The tech industry is booming in states like California, Utah, and Texas, and many companies are scouring for qualified candidates out-of-state, desperate to recruit the workforce they need to maintain growth. The hiring process is sometimes done remotely, often rushed, and the pressure to retain talent is just as intense. While it can take trial and error to find great employees that will help your business thrive, it's been shown that hiring just one unfit employee can cost a corporation over $50,000.
An applicant can look great on paper, deliver a great interview, and even perform well for the first few months they're in a position, there's really no way of knowing if they are a good fit long-term when you hire them...or is there? Here are 5 easy tips for hiring better talent for your tech company.
1. Test Before You Hire
One of the best job application experiences I've ever had was with a tech company who gave a practical test project as the first stage of my job interview. The test project gave me the opportunity to show what I could do in an actionable way, and prove that I was the best and most creative candidate for the position before even interviewing. Hint: I got the job.
Whether the test is written, verbal, or even a contest, testing applicants for how skillful they are in their craft and how creative they can be can give you a great idea of if they are a good fit for the position. It can also tip you off that they might be better suited for another open position at the company, let you test their reading comprehension, writing abilities, and attention to detail, and possibly even give you a fresh perspective on a stale project that you yourself have been struggling to reimagine.
2. Ensure they Fit the Company Culture
More and more tech companies are putting a huge focus on delivering a fun, creative, and stress-free company culture. Google, for instance, allows employees to bring dogs to work, take 3 months of unpaid leave, and even offer free rides to and from the office. While these freedoms sound amazing to many, the laid-back office setting might be shocking to someone who has previously worked in a more buttoned-up office. They may even find it distracting or unprofessional.
While culture fit is much harder to determine, it is a great predictor of how happy someone will be in their position long-term. No matter how great they are at their job, if they hate their work environment, an employee will not be productive and will not give their best work. Make sure to thoroughly expose them to your company culture during the interview and test their level of comfort with the noise level, dress standards, typical language, and office layout of your business. Also assess their strengths and needs as an employee to make sure it fits with the management style of their immediate supervisor and the company at large.
3. Conduct a Group Interview
Interviewing more than one candidate in a group interview can give you the opportunity to observe your applicants in action. You can see how they react to competition, if they play well with others in a team setting, and if they can think on their feet. You can also assess how introverted or extroverted they might be, as well as subtle things like how well they listen to instructions, give feedback, and receive criticism. This is especially effective for sales and customer service agents.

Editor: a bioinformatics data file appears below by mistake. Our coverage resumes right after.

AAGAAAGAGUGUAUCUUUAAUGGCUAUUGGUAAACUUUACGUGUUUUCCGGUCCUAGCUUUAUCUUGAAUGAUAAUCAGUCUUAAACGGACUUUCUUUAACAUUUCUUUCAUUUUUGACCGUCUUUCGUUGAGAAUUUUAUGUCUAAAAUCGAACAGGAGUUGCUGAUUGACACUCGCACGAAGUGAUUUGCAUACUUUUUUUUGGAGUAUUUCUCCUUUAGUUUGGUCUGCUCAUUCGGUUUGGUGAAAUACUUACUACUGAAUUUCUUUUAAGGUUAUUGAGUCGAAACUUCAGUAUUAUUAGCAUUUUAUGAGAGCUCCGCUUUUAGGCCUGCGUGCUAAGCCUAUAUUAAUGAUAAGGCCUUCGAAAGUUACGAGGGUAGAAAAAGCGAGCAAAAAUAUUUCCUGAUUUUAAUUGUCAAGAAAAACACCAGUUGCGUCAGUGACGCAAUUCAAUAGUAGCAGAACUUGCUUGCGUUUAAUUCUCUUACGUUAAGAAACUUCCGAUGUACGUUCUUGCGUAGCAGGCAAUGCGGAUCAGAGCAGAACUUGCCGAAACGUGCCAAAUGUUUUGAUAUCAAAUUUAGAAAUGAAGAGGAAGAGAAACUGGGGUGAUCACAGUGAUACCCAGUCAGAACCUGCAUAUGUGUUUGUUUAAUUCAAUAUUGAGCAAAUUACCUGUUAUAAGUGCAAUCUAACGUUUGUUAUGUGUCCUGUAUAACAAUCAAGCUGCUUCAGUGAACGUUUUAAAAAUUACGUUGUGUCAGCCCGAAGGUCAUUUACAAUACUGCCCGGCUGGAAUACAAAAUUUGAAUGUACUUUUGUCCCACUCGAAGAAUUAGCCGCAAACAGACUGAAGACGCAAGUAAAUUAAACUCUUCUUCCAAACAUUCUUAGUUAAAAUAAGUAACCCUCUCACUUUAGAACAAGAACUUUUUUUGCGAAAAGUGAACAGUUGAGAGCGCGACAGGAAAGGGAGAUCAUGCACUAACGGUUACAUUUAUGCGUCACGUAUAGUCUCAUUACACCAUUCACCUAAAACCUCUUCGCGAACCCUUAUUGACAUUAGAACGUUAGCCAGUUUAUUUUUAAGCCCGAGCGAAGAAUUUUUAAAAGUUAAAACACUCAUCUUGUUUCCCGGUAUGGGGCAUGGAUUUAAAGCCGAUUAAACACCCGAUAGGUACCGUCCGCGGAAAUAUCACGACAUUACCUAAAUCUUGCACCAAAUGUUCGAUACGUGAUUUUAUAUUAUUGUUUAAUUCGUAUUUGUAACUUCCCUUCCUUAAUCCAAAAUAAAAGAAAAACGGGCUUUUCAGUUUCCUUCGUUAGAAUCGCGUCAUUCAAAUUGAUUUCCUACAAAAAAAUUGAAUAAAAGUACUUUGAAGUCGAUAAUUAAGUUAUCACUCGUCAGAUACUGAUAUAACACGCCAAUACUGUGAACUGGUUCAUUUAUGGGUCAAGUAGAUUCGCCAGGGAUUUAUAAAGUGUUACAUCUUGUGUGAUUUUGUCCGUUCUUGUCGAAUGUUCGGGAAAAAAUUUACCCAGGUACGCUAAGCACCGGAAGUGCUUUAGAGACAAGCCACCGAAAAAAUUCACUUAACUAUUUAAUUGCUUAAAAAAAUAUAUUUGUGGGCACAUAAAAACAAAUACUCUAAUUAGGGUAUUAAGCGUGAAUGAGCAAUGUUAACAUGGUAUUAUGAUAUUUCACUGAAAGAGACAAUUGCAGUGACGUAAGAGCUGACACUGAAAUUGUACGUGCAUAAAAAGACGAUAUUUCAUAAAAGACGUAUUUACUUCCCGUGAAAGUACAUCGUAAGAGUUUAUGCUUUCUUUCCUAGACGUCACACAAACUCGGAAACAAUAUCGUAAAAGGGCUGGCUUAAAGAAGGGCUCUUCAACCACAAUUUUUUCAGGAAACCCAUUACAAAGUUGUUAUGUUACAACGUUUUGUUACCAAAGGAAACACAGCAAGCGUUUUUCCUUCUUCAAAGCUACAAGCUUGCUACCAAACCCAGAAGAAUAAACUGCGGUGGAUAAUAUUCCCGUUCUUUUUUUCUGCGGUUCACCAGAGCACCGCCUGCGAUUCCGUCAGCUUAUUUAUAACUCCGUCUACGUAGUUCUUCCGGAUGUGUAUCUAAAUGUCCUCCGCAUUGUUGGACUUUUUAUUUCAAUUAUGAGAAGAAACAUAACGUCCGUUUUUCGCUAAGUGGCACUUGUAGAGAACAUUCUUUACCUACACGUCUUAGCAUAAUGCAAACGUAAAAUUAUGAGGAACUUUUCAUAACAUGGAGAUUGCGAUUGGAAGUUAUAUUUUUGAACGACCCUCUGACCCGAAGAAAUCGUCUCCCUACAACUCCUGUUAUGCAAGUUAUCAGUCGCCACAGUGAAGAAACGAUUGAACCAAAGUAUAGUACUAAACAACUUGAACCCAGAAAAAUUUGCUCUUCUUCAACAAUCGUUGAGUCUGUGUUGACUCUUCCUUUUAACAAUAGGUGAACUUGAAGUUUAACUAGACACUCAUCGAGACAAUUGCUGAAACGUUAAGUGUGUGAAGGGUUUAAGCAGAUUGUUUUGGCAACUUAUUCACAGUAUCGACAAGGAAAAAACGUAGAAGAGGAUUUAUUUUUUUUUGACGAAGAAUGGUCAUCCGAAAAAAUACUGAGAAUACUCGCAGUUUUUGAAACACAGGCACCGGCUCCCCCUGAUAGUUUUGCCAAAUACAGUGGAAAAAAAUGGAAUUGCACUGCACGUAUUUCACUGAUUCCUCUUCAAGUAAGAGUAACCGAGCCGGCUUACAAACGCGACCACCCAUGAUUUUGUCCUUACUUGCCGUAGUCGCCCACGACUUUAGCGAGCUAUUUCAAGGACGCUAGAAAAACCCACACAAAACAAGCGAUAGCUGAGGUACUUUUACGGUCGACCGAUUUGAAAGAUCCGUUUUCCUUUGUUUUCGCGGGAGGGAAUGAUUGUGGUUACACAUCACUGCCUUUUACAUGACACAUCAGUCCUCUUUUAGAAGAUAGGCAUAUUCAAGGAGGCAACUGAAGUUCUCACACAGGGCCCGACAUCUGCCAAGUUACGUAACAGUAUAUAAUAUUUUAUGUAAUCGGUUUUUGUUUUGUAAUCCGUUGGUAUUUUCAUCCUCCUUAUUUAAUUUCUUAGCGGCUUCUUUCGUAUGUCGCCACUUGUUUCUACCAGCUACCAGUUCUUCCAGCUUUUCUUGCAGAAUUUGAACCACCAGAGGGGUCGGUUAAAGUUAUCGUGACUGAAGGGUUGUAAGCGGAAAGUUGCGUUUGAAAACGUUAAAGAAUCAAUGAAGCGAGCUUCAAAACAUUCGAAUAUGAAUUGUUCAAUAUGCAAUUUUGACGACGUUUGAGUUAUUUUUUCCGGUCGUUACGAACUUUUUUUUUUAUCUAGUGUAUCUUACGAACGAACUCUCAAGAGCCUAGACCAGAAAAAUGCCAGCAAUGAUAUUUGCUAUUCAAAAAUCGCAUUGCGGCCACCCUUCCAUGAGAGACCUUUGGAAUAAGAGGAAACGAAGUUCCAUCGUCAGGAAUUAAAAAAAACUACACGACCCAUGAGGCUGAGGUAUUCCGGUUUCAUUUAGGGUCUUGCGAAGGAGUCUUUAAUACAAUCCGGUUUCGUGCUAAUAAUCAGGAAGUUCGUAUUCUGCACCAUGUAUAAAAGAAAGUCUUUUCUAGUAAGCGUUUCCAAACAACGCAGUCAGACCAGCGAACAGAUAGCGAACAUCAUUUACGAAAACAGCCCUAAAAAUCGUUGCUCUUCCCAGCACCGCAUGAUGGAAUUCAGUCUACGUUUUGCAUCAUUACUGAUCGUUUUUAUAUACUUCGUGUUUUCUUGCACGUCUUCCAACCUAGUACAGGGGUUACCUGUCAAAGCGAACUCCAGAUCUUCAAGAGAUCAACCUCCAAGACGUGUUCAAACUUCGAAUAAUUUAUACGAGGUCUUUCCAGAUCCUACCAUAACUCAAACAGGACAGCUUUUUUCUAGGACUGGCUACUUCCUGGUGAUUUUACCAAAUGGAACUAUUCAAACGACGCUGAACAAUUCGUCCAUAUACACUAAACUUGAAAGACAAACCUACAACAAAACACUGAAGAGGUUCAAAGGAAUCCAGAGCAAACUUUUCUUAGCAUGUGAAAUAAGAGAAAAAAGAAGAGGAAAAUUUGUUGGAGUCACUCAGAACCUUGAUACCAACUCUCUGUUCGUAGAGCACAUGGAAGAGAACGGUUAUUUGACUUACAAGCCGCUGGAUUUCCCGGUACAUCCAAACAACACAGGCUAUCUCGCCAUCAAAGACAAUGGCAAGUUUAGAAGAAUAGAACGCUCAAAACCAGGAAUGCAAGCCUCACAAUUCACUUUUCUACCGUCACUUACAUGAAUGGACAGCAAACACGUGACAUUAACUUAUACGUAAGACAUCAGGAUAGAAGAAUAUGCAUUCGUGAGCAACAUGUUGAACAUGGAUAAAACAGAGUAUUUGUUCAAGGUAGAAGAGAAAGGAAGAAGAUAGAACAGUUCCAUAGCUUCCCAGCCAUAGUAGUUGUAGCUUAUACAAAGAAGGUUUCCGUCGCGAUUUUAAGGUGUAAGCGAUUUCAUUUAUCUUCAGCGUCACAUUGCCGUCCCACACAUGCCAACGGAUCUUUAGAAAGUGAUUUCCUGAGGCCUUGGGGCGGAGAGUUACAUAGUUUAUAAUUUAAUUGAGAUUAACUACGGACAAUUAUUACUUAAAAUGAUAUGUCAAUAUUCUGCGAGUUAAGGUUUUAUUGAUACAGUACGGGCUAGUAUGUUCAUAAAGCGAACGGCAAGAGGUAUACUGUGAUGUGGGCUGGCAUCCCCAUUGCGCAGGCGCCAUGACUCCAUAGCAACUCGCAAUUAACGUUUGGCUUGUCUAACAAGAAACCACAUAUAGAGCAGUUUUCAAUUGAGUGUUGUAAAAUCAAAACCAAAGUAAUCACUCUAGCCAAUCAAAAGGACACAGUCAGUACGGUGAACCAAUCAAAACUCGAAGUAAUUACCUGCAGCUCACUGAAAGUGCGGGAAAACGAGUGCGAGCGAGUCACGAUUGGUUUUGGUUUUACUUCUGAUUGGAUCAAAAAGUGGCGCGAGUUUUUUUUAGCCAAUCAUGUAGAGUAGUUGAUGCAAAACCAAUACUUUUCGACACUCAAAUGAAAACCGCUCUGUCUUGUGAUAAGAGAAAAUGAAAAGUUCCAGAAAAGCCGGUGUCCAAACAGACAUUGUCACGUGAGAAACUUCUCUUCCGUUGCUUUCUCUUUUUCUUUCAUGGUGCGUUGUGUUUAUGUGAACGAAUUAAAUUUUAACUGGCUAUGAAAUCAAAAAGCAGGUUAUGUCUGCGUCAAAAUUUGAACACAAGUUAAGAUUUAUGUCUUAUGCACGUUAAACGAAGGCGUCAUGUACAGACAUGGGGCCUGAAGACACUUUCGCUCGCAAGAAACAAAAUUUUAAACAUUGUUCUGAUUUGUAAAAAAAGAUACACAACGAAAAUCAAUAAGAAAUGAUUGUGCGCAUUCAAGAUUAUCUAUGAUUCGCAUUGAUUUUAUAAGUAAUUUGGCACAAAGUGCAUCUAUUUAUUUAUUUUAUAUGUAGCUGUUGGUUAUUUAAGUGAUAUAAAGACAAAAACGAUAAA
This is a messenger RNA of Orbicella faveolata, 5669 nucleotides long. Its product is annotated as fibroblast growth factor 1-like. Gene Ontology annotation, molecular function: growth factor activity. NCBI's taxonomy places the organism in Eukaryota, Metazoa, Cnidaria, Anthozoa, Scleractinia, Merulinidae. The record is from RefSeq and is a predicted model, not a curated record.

The most challenging thing about group interviews is scheduling that many people with different availability to be in the same room at once. Larger companies are solving this problem with appointment scheduling software that allows applicants to choose from a pool of interview times. If your business is smaller and only hiring a few employees, you might also consider throwing the applicant in a group with existing employees to "hack" a current project and give insight into how they could contribute to the team.
4. Hire for Potential, Not Skills
Qualifications, experience, and education are all important factors when searching for a qualified applicant, but if an employee lacks certain soft skills they will likely fail. Being able to remain productive under pressure, locate solutions to questions they cannot answer resourcefully, have integrity and deliver work on time, and react positively to failure are all traits are much harder to teach than a new technical skill.
Furthermore, technology is constantly changing, and requires an employee that is excited to learn and grow their skill set. If they see this as drudgery, they are likely in the wrong field and won't enjoy their position. Weigh inquisitiveness and a positive outlook equally to skill when hiring, and don't shy away from a less-qualified candidate who is hungry to learn.
5. Incentivize Employee Referrals
Employees hired through referrals are faster and cheaper to onboard, and generally stay longer at the company than a candidate hired in the traditional manner. Most current employees also won't risk their reputation by referring someone they don't feel is a good fit, and the referred party will already have a pretty good understanding of company culture and the expectations of the position.
Consider incentivizing employee referrals to make it more appealing for your employees to help you recruit new job candidates. You'll end up with a better pool of applicants, and the extra cash bonus for referrals will be one more positive reason to remain in your employment.
Hiring the best candidate for a tech position can be challenging, and it can cost you a lot of money and time if you choose incorrectly. Consider employing these 5 tactics for evaluating prospective candidates and you'll be much more likely to find a competent, enthusiastic employee that is a great fit for your company.